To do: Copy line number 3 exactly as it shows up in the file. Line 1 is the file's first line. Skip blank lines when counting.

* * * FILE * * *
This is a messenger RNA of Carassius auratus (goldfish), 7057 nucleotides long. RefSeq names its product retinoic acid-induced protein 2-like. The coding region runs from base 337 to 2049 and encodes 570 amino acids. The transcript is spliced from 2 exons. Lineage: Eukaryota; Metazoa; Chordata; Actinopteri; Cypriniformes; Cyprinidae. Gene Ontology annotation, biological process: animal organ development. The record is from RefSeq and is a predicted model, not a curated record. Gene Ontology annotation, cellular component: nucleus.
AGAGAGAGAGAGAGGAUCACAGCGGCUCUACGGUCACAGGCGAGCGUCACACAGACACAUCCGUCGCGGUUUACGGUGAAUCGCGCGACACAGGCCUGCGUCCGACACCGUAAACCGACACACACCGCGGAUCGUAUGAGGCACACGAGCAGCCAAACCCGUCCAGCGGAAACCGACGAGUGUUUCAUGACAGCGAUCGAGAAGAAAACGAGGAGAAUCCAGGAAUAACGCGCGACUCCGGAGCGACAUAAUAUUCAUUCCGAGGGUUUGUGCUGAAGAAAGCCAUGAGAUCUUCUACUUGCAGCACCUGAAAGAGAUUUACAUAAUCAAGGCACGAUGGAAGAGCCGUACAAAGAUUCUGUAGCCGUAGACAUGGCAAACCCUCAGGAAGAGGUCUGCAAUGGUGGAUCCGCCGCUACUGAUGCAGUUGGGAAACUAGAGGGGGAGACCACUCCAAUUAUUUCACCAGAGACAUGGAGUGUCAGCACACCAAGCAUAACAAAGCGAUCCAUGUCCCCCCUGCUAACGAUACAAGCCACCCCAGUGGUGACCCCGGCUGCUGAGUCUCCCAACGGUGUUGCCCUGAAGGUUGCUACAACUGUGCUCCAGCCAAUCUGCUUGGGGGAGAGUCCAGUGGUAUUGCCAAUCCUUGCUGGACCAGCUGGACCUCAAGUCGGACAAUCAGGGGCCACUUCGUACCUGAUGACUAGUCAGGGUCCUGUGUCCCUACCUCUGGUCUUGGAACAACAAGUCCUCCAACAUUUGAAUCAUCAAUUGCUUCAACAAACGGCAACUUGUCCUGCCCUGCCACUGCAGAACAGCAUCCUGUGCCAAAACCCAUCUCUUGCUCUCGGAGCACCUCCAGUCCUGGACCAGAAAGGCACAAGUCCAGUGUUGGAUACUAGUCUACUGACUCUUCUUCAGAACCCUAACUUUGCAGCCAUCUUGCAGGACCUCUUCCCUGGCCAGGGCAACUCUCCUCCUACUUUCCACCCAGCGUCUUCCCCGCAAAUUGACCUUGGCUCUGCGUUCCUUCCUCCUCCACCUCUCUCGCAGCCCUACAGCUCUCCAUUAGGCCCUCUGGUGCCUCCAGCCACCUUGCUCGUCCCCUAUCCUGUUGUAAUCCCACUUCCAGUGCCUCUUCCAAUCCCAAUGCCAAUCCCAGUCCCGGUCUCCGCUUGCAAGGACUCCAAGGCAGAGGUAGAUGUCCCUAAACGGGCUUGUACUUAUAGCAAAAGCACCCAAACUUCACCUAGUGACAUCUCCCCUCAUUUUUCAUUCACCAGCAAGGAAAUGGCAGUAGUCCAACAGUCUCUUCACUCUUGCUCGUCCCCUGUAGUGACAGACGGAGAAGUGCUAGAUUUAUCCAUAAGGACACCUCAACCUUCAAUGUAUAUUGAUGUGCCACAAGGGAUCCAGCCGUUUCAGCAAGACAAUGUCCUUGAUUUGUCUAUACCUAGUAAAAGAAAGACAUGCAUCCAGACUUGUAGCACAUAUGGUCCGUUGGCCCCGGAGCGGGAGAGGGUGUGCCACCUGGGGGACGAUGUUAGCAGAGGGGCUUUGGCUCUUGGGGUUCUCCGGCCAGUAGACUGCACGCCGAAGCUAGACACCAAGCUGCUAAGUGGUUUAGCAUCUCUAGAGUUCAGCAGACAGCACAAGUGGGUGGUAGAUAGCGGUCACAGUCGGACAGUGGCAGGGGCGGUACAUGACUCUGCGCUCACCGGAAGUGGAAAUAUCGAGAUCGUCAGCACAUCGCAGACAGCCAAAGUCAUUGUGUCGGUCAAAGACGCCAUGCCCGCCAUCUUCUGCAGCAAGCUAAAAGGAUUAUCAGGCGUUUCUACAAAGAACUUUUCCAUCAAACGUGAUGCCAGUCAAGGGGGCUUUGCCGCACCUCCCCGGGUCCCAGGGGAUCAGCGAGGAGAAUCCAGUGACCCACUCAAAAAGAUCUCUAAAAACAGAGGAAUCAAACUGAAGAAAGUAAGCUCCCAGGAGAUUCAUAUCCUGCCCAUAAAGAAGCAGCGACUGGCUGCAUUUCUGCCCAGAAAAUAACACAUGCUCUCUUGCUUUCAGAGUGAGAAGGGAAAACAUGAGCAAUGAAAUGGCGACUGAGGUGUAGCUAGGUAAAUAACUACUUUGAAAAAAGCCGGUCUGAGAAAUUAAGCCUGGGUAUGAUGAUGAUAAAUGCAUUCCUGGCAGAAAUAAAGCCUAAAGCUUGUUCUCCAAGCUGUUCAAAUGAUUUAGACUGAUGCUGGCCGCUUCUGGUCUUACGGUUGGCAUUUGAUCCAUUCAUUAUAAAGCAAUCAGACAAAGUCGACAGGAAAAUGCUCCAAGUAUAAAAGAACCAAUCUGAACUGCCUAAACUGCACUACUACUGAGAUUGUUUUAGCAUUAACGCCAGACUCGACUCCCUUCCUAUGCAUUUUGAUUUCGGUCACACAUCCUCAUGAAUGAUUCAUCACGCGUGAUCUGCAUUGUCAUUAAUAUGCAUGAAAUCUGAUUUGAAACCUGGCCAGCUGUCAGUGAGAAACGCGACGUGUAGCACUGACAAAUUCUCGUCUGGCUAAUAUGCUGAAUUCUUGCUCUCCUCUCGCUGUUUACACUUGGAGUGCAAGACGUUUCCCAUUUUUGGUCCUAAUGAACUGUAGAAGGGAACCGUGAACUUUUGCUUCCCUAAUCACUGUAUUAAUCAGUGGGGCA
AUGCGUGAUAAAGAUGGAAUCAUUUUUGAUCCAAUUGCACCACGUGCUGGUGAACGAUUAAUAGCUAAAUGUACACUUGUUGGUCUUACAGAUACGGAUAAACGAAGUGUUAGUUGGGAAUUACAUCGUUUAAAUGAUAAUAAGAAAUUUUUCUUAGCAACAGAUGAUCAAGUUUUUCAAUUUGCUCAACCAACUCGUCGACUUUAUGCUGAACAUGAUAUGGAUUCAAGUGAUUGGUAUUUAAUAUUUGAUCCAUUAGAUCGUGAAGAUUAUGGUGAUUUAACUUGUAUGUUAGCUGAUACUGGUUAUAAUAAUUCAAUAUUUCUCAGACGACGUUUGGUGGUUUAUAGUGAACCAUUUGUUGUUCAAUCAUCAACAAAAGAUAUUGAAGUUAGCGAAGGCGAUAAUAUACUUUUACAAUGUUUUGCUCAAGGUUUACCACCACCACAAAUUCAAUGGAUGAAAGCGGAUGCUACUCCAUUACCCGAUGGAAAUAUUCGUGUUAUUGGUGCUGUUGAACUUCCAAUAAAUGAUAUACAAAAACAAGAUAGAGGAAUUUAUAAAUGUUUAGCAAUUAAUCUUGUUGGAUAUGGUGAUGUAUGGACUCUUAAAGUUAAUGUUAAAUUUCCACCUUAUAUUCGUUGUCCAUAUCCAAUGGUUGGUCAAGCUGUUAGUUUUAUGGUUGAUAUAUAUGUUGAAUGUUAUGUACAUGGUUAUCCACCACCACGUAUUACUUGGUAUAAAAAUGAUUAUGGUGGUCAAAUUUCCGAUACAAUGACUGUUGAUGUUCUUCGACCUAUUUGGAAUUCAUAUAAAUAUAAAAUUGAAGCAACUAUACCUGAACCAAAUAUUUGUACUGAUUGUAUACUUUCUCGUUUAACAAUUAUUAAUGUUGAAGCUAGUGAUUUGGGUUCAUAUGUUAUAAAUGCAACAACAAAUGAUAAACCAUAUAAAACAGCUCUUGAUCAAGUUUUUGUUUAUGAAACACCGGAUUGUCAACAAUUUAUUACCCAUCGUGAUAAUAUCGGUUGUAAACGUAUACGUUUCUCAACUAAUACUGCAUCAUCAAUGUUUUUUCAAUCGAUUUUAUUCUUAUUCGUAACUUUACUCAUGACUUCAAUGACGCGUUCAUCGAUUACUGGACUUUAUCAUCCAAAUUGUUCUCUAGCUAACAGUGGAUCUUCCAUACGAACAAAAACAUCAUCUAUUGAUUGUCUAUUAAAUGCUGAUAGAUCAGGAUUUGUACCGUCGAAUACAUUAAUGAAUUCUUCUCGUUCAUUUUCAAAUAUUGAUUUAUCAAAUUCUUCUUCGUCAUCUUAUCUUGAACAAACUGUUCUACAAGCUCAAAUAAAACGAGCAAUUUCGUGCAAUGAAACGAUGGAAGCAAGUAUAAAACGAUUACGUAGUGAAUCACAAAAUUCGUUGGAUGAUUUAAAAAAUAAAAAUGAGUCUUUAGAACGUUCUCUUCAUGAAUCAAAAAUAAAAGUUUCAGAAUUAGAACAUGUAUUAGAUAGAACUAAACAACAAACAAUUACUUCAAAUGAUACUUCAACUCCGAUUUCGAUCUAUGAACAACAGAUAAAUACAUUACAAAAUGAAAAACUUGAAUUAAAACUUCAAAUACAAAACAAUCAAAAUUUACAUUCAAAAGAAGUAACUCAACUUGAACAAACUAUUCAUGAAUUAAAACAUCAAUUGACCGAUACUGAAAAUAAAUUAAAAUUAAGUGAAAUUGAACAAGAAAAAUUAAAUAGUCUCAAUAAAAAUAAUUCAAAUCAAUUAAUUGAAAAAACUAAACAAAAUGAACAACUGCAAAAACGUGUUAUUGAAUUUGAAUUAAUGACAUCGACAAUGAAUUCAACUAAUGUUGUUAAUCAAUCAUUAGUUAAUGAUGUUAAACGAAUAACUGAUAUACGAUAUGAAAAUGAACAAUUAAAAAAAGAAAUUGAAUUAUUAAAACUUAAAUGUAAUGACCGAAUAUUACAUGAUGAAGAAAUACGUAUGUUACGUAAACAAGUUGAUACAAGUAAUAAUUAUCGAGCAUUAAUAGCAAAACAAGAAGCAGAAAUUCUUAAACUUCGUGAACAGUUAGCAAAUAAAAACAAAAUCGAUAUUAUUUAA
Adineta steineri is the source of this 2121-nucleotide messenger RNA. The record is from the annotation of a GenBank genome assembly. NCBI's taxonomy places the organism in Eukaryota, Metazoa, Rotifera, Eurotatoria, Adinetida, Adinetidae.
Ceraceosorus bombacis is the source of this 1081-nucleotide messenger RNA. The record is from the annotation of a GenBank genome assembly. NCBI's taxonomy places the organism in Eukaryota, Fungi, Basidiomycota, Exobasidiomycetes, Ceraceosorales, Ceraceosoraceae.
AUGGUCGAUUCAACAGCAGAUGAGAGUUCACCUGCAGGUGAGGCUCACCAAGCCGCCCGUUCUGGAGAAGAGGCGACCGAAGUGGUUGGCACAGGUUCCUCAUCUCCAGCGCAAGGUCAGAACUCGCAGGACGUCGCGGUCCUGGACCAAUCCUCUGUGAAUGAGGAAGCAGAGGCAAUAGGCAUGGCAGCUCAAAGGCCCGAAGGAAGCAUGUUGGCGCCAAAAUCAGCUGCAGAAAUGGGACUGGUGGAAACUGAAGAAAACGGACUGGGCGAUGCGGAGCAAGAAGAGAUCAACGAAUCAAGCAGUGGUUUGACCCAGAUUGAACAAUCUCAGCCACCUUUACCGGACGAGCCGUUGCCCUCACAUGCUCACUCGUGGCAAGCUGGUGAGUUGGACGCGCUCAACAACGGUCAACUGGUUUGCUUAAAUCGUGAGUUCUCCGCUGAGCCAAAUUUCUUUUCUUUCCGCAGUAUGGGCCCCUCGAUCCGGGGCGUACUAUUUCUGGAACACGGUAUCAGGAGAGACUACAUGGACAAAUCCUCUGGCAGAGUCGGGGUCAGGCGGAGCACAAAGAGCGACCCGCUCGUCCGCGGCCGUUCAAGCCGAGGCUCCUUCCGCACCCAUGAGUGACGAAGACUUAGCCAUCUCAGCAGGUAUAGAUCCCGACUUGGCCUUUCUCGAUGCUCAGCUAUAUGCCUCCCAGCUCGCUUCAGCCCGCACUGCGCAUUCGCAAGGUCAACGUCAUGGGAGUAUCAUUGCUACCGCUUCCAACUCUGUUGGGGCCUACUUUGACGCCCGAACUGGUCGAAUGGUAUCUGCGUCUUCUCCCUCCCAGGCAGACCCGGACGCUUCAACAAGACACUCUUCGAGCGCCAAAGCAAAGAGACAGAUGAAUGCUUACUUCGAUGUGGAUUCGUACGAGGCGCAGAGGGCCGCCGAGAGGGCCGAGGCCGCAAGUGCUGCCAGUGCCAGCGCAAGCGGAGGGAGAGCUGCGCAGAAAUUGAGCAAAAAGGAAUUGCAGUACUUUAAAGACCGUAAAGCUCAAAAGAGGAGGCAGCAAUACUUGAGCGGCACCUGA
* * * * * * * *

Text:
AUGCGUGAUAAAGAUGGAAUCAUUUUUGAUCCAAUUGCACCACGUGCUGGUGAACGAUUAAUAGCUAAAUGUACACUUGUUGGUCUUACAGAUACGGAUAAACGAAGUGUUAGUUGGGAAUUACAUCGUUUAAAUGAUAAUAAGAAAUUUUUCUUAGCAACAGAUGAUCAAGUUUUUCAAUUUGCUCAACCAACUCGUCGACUUUAUGCUGAACAUGAUAUGGAUUCAAGUGAUUGGUAUUUAAUAUUUGAUCCAUUAGAUCGUGAAGAUUAUGGUGAUUUAACUUGUAUGUUAGCUGAUACUGGUUAUAAUAAUUCAAUAUUUCUCAGACGACGUUUGGUGGUUUAUAGUGAACCAUUUGUUGUUCAAUCAUCAACAAAAGAUAUUGAAGUUAGCGAAGGCGAUAAUAUACUUUUACAAUGUUUUGCUCAAGGUUUACCACCACCACAAAUUCAAUGGAUGAAAGCGGAUGCUACUCCAUUACCCGAUGGAAAUAUUCGUGUUAUUGGUGCUGUUGAACUUCCAAUAAAUGAUAUACAAAAACAAGAUAGAGGAAUUUAUAAAUGUUUAGCAAUUAAUCUUGUUGGAUAUGGUGAUGUAUGGACUCUUAAAGUUAAUGUUAAAUUUCCACCUUAUAUUCGUUGUCCAUAUCCAAUGGUUGGUCAAGCUGUUAGUUUUAUGGUUGAUAUAUAUGUUGAAUGUUAUGUACAUGGUUAUCCACCACCACGUAUUACUUGGUAUAAAAAUGAUUAUGGUGGUCAAAUUUCCGAUACAAUGACUGUUGAUGUUCUUCGACCUAUUUGGAAUUCAUAUAAAUAUAAAAUUGAAGCAACUAUACCUGAACCAAAUAUUUGUACUGAUUGUAUACUUUCUCGUUUAACAAUUAUUAAUGUUGAAGCUAGUGAUUUGGGUUCAUAUGUUAUAAAUGCAACAACAAAUGAUAAACCAUAUAAAACAGCUCUUGAUCAAGUUUUUGUUUAUGAAACACCGGAUUGUCAACAAUUUAUUACCCAUCGUGAUAAUAUCGGUUGUAAACGUAUACGUUUCUCAACUAAUACUGCAUCAUCAAUGUUUUUUCAAUCGAUUUUAUUCUUAUUCGUAACUUUACUCAUGACUUCAAUGACGCGUUCAUCGAUUACUGGACUUUAUCAUCCAAAUUGUUCUCUAGCUAACAGUGGAUCUUCCAUACGAACAAAAACAUCAUCUAUUGAUUGUCUAUUAAAUGCUGAUAGAUCAGGAUUUGUACCGUCGAAUACAUUAAUGAAUUCUUCUCGUUCAUUUUCAAAUAUUGAUUUAUCAAAUUCUUCUUCGUCAUCUUAUCUUGAACAAACUGUUCUACAAGCUCAAAUAAAACGAGCAAUUUCGUGCAAUGAAACGAUGGAAGCAAGUAUAAAACGAUUACGUAGUGAAUCACAAAAUUCGUUGGAUGAUUUAAAAAAUAAAAAUGAGUCUUUAGAACGUUCUCUUCAUGAAUCAAAAAUAAAAGUUUCAGAAUUAGAACAUGUAUUAGAUAGAACUAAACAACAAACAAUUACUUCAAAUGAUACUUCAACUCCGAUUUCGAUCUAUGAACAACAGAUAAAUACAUUACAAAAUGAAAAACUUGAAUUAAAACUUCAAAUACAAAACAAUCAAAAUUUACAUUCAAAAGAAGUAACUCAACUUGAACAAACUAUUCAUGAAUUAAAACAUCAAUUGACCGAUACUGAAAAUAAAUUAAAAUUAAGUGAAAUUGAACAAGAAAAAUUAAAUAGUCUCAAUAAAAAUAAUUCAAAUCAAUUAAUUGAAAAAACUAAACAAAAUGAACAACUGCAAAAACGUGUUAUUGAAUUUGAAUUAAUGACAUCGACAAUGAAUUCAACUAAUGUUGUUAAUCAAUCAUUAGUUAAUGAUGUUAAACGAAUAACUGAUAUACGAUAUGAAAAUGAACAAUUAAAAAAAGAAAUUGAAUUAUUAAAACUUAAAUGUAAUGACCGAAUAUUACAUGAUGAAGAAAUACGUAUGUUACGUAAACAAGUUGAUACAAGUAAUAAUUAUCGAGCAUUAAUAGCAAAACAAGAAGCAGAAAUUCUUAAACUUCGUGAACAGUUAGCAAAUAAAAACAAAAUCGAUAUUAUUUAA